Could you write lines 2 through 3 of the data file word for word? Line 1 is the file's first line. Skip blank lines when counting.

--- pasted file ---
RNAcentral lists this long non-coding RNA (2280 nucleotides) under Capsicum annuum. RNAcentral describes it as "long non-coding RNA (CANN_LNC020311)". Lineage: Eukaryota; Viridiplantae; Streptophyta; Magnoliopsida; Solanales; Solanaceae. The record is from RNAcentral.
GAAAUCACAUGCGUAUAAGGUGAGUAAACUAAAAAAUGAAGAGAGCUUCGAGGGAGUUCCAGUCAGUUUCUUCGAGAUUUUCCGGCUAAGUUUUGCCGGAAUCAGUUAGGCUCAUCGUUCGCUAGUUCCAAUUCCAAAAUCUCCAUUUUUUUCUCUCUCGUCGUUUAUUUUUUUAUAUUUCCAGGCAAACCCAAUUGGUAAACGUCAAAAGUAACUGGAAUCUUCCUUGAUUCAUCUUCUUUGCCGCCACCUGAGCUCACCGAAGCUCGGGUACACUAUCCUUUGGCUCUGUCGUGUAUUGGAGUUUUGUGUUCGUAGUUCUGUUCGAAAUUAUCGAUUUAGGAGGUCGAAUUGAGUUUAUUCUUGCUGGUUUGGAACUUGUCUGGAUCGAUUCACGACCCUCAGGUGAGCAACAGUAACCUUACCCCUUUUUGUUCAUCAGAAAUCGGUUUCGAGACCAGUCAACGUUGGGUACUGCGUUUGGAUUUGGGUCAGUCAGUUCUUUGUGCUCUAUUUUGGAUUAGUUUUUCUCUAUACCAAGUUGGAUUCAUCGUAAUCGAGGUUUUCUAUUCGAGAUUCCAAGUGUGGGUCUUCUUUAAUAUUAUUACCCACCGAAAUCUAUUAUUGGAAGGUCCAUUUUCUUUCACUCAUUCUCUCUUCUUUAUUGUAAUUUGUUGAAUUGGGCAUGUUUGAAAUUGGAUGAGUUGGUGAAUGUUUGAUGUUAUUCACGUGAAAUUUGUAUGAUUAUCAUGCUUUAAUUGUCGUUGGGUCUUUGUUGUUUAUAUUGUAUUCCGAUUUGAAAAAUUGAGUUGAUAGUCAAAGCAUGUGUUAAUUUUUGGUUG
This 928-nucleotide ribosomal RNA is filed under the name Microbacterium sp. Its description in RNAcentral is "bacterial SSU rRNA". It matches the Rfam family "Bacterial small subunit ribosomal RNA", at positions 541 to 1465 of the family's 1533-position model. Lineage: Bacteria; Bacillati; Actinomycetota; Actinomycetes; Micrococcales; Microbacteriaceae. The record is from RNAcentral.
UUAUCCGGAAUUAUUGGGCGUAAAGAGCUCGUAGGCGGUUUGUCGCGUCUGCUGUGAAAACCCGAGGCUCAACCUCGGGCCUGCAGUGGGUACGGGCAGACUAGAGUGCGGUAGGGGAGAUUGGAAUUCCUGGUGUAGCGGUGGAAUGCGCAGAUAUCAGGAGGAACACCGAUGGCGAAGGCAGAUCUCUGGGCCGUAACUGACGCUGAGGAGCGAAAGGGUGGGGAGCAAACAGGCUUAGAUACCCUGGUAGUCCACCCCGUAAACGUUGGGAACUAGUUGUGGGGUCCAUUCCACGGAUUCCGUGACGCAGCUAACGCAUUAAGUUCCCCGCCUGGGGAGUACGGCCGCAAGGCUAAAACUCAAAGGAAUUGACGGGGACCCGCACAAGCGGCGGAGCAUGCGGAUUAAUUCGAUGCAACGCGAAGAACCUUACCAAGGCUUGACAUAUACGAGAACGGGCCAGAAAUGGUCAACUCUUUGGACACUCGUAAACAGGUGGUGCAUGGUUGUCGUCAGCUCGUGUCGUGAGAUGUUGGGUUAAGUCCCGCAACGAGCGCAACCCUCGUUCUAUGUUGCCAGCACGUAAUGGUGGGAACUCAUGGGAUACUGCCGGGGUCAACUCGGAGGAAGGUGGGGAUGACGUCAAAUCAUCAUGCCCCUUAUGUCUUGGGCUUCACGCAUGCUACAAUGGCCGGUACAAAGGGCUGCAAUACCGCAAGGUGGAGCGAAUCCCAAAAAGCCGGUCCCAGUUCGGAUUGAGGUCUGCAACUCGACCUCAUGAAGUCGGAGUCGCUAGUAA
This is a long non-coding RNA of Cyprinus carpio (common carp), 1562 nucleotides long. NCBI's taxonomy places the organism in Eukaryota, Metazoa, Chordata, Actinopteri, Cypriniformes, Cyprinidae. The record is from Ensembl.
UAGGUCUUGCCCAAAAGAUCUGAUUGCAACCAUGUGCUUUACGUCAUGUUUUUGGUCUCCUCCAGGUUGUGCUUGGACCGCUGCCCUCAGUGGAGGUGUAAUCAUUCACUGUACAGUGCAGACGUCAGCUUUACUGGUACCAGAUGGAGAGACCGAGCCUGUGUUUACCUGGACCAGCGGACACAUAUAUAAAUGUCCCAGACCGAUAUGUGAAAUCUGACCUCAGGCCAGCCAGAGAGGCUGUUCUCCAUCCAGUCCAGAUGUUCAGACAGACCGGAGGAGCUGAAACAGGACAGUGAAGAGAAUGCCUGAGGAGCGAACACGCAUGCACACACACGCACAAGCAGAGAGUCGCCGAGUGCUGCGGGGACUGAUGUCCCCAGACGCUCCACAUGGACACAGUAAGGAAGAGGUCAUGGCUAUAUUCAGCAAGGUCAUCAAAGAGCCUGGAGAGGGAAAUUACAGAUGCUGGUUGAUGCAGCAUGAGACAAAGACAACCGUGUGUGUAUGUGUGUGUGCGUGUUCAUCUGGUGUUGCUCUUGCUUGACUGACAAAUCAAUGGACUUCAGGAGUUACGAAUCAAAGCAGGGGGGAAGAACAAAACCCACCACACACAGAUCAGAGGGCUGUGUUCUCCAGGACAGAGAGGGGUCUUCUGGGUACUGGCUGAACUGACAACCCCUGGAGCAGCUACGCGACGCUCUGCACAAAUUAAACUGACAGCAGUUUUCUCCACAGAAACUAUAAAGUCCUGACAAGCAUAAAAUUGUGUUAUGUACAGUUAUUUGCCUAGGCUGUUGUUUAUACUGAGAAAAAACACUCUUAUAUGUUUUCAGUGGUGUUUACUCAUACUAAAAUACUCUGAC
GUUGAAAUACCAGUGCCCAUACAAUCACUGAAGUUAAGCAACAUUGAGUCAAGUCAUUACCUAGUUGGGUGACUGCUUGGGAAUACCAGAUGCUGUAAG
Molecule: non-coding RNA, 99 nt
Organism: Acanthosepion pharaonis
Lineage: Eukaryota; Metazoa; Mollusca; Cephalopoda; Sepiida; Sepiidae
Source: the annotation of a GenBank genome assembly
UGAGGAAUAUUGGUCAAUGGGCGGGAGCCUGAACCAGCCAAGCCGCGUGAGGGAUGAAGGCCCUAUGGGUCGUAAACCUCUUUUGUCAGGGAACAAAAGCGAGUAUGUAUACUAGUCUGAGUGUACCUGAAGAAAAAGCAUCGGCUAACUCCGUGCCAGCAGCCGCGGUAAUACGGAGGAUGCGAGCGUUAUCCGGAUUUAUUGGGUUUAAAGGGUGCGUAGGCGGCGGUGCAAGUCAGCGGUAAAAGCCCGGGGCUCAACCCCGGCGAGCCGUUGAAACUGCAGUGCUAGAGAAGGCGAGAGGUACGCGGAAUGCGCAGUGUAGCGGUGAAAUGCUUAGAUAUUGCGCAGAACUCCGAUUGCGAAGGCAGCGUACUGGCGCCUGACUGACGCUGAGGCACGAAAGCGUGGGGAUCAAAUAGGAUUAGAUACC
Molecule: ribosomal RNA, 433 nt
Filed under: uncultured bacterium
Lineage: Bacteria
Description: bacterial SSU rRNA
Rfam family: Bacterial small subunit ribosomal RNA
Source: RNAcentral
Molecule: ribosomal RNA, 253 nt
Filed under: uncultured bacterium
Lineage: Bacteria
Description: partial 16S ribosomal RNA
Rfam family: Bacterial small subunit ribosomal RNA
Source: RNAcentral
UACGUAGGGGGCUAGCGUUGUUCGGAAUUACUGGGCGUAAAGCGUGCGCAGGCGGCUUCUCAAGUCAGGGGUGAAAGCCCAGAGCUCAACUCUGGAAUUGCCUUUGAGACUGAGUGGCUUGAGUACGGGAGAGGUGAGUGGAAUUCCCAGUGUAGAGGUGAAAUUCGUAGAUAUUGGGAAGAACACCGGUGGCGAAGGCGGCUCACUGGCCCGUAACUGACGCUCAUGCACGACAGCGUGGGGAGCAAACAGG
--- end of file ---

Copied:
GAAAUCACAUGCGUAUAAGGUGAGUAAACUAAAAAAUGAAGAGAGCUUCGAGGGAGUUCCAGUCAGUUUCUUCGAGAUUUUCCGGCUAAGUUUUGCCGGAAUCAGUUAGGCUCAUCGUUCGCUAGUUCCAAUUCCAAAAUCUCCAUUUUUUUCUCUCUCGUCGUUUAUUUUUUUAUAUUUCCAGGCAAACCCAAUUGGUAAACGUCAAAAGUAACUGGAAUCUUCCUUGAUUCAUCUUCUUUGCCGCCACCUGAGCUCACCGAAGCUCGGGUACACUAUCCUUUGGCUCUGUCGUGUAUUGGAGUUUUGUGUUCGUAGUUCUGUUCGAAAUUAUCGAUUUAGGAGGUCGAAUUGAGUUUAUUCUUGCUGGUUUGGAACUUGUCUGGAUCGAUUCACGACCCUCAGGUGAGCAACAGUAACCUUACCCCUUUUUGUUCAUCAGAAAUCGGUUUCGAGACCAGUCAACGUUGGGUACUGCGUUUGGAUUUGGGUCAGUCAGUUCUUUGUGCUCUAUUUUGGAUUAGUUUUUCUCUAUACCAAGUUGGAUUCAUCGUAAUCGAGGUUUUCUAUUCGAGAUUCCAAGUGUGGGUCUUCUUUAAUAUUAUUACCCACCGAAAUCUAUUAUUGGAAGGUCCAUUUUCUUUCACUCAUUCUCUCUUCUUUAUUGUAAUUUGUUGAAUUGGGCAUGUUUGAAAUUGGAUGAGUUGGUGAAUGUUUGAUGUUAUUCACGUGAAAUUUGUAUGAUUAUCAUGCUUUAAUUGUCGUUGGGUCUUUGUUGUUUAUAUUGUAUUCCGAUUUGAAAAAUUGAGUUGAUAGUCAAAGCAUGUGUUAAUUUUUGGUUG
This 928-nucleotide ribosomal RNA is filed under the name Microbacterium sp. Its description in RNAcentral is "bacterial SSU rRNA". It matches the Rfam family "Bacterial small subunit ribosomal RNA", at positions 541 to 1465 of the family's 1533-position model. Lineage: Bacteria; Bacillati; Actinomycetota; Actinomycetes; Micrococcales; Microbacteriaceae. The record is from RNAcentral.